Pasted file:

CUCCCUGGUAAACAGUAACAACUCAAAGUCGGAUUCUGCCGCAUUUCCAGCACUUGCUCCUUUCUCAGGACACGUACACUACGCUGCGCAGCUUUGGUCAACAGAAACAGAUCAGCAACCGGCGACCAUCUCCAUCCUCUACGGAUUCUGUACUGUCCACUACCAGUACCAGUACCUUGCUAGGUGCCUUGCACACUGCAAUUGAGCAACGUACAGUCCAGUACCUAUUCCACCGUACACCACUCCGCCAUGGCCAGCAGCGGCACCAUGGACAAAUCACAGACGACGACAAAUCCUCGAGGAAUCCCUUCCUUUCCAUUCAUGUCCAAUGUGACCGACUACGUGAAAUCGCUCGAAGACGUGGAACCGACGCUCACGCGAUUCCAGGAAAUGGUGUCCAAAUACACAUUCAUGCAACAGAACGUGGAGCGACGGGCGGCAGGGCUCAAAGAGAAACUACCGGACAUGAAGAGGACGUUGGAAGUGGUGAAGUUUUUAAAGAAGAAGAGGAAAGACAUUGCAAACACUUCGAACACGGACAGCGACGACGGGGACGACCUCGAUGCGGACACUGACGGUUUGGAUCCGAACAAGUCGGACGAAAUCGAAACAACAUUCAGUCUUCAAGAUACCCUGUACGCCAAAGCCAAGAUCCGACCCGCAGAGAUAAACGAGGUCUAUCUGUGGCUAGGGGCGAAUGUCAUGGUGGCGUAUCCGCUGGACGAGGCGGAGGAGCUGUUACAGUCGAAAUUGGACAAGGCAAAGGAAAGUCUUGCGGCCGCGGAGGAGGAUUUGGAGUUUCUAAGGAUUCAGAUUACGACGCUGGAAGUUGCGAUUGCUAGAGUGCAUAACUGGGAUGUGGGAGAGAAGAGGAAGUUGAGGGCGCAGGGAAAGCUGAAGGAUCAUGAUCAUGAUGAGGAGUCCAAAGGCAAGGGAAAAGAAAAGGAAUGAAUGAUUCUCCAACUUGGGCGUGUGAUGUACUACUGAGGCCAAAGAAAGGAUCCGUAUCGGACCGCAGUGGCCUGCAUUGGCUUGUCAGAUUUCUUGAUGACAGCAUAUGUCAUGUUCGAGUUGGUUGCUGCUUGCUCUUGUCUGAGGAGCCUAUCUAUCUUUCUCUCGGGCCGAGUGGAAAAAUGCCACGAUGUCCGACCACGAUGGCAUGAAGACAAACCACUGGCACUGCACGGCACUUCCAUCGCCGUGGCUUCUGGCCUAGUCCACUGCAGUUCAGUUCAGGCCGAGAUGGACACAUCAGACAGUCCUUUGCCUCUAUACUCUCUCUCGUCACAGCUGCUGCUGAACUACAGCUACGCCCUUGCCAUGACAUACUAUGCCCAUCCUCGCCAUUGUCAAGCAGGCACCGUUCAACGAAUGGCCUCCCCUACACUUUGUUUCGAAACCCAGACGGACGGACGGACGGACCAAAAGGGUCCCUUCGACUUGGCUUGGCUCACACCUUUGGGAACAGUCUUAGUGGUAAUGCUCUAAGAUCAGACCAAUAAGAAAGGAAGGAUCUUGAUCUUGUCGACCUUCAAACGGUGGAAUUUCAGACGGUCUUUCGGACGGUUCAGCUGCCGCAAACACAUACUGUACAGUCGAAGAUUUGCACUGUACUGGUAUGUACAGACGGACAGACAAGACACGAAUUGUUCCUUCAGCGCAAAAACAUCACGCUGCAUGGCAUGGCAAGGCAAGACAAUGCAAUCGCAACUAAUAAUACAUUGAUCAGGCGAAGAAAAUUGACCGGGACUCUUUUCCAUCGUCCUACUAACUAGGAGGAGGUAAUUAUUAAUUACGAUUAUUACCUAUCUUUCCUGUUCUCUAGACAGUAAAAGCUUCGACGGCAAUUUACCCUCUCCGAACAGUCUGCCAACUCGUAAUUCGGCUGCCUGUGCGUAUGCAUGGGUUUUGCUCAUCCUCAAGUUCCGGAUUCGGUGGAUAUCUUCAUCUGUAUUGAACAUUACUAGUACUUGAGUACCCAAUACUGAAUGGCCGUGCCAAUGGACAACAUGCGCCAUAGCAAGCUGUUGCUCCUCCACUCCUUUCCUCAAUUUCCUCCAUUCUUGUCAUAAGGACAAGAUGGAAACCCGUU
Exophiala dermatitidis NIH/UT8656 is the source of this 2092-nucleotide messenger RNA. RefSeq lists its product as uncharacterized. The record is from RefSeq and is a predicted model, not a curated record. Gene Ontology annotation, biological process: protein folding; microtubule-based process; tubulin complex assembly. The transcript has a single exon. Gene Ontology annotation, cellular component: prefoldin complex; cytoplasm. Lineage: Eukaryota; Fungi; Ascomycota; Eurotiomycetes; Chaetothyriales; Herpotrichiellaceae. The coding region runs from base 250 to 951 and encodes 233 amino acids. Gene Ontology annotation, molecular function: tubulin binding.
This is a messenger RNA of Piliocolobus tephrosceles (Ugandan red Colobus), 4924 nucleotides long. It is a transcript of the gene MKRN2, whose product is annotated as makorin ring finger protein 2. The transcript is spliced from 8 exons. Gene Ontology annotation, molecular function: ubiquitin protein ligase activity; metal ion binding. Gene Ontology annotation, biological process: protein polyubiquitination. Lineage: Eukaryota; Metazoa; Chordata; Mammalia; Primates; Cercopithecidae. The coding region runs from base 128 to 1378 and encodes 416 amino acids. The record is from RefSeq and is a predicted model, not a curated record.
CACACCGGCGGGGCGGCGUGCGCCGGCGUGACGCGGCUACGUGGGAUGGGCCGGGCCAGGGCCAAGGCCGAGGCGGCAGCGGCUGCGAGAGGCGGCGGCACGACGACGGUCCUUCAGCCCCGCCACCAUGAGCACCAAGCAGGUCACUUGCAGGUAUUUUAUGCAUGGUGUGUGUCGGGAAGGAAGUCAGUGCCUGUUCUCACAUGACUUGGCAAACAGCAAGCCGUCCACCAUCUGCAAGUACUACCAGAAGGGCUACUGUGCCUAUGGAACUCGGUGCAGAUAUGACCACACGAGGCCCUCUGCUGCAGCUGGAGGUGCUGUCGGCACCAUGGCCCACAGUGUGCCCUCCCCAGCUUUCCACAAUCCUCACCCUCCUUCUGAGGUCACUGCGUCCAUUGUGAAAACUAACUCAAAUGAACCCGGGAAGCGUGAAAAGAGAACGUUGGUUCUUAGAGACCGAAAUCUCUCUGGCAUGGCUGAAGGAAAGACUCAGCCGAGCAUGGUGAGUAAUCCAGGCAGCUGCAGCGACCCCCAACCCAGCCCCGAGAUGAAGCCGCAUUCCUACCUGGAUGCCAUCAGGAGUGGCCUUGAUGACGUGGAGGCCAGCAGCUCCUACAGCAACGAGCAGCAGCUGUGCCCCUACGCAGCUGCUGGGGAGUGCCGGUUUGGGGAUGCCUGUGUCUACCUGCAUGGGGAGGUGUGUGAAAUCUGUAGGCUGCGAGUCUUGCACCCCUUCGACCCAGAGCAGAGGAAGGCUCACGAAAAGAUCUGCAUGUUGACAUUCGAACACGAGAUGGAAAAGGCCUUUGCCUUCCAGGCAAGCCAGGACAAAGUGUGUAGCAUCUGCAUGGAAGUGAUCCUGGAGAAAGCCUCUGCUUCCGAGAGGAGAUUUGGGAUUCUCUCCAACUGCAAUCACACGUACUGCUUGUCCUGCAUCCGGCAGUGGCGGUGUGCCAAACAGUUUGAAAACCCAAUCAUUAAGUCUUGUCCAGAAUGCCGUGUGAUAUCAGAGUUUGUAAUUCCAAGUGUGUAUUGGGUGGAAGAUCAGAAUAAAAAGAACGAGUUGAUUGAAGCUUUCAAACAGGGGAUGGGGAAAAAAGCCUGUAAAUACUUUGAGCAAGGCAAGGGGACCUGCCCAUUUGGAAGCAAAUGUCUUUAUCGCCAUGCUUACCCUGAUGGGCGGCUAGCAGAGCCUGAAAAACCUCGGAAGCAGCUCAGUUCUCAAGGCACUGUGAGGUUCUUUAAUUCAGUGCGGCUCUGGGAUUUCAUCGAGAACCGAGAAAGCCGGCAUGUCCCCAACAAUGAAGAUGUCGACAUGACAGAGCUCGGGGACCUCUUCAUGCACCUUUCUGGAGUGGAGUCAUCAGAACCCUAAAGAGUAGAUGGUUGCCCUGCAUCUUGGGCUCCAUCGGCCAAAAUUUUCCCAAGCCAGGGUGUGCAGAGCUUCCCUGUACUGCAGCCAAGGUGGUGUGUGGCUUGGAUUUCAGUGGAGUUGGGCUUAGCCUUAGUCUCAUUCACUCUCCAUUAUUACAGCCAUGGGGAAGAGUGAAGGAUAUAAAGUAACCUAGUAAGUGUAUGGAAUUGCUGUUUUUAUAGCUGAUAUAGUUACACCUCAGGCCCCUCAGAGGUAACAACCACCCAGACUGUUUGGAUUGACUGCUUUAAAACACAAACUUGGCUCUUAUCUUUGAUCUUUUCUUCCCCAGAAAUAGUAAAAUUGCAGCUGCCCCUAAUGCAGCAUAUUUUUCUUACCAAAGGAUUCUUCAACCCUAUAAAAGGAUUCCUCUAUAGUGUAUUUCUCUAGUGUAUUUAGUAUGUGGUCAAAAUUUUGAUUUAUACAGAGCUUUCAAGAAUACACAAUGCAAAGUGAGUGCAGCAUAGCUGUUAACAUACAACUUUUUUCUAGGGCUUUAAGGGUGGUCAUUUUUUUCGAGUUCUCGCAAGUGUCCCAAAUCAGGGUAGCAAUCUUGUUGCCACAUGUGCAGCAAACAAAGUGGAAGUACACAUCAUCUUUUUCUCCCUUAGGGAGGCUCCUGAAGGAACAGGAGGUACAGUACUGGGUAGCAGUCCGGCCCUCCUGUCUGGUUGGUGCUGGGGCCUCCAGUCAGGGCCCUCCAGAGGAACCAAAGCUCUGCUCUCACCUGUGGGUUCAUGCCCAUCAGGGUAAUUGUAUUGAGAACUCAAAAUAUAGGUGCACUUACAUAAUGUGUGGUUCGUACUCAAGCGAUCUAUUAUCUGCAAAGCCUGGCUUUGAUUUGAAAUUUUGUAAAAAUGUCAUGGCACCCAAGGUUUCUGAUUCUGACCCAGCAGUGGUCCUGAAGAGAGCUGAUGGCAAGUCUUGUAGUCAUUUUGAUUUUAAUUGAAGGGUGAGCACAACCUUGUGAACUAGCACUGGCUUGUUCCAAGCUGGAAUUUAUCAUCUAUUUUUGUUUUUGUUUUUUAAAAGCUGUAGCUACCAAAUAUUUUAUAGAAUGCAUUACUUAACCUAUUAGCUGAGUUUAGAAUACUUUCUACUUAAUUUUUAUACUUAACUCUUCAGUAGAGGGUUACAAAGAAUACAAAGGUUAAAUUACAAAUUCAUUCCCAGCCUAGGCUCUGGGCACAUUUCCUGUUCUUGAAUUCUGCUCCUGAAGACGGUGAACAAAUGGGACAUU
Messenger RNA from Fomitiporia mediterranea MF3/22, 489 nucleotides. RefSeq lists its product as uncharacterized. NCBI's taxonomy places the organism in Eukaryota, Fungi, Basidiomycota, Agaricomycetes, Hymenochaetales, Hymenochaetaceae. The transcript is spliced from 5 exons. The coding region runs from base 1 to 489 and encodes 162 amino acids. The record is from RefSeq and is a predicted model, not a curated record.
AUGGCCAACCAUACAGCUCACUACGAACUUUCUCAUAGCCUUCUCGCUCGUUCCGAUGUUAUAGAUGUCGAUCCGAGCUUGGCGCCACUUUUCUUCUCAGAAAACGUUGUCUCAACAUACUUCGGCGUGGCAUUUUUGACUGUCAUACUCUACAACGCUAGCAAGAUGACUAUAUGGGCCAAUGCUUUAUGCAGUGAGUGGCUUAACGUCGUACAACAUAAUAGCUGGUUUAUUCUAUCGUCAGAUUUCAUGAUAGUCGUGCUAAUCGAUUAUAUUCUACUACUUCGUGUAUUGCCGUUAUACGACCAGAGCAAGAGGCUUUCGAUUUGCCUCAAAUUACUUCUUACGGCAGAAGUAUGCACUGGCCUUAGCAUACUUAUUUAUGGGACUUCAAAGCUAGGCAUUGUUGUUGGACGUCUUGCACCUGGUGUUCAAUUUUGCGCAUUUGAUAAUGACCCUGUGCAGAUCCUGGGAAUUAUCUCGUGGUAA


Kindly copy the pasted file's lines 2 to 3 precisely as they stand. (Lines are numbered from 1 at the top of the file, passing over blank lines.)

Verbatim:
Exophiala dermatitidis NIH/UT8656 is the source of this 2092-nucleotide messenger RNA. RefSeq lists its product as uncharacterized. The record is from RefSeq and is a predicted model, not a curated record. Gene Ontology annotation, biological process: protein folding; microtubule-based process; tubulin complex assembly. The transcript has a single exon. Gene Ontology annotation, cellular component: prefoldin complex; cytoplasm. Lineage: Eukaryota; Fungi; Ascomycota; Eurotiomycetes; Chaetothyriales; Herpotrichiellaceae. The coding region runs from base 250 to 951 and encodes 233 amino acids. Gene Ontology annotation, molecular function: tubulin binding.
This is a messenger RNA of Piliocolobus tephrosceles (Ugandan red Colobus), 4924 nucleotides long. It is a transcript of the gene MKRN2, whose product is annotated as makorin ring finger protein 2. The transcript is spliced from 8 exons. Gene Ontology annotation, molecular function: ubiquitin protein ligase activity; metal ion binding. Gene Ontology annotation, biological process: protein polyubiquitination. Lineage: Eukaryota; Metazoa; Chordata; Mammalia; Primates; Cercopithecidae. The coding region runs from base 128 to 1378 and encodes 416 amino acids. The record is from RefSeq and is a predicted model, not a curated record.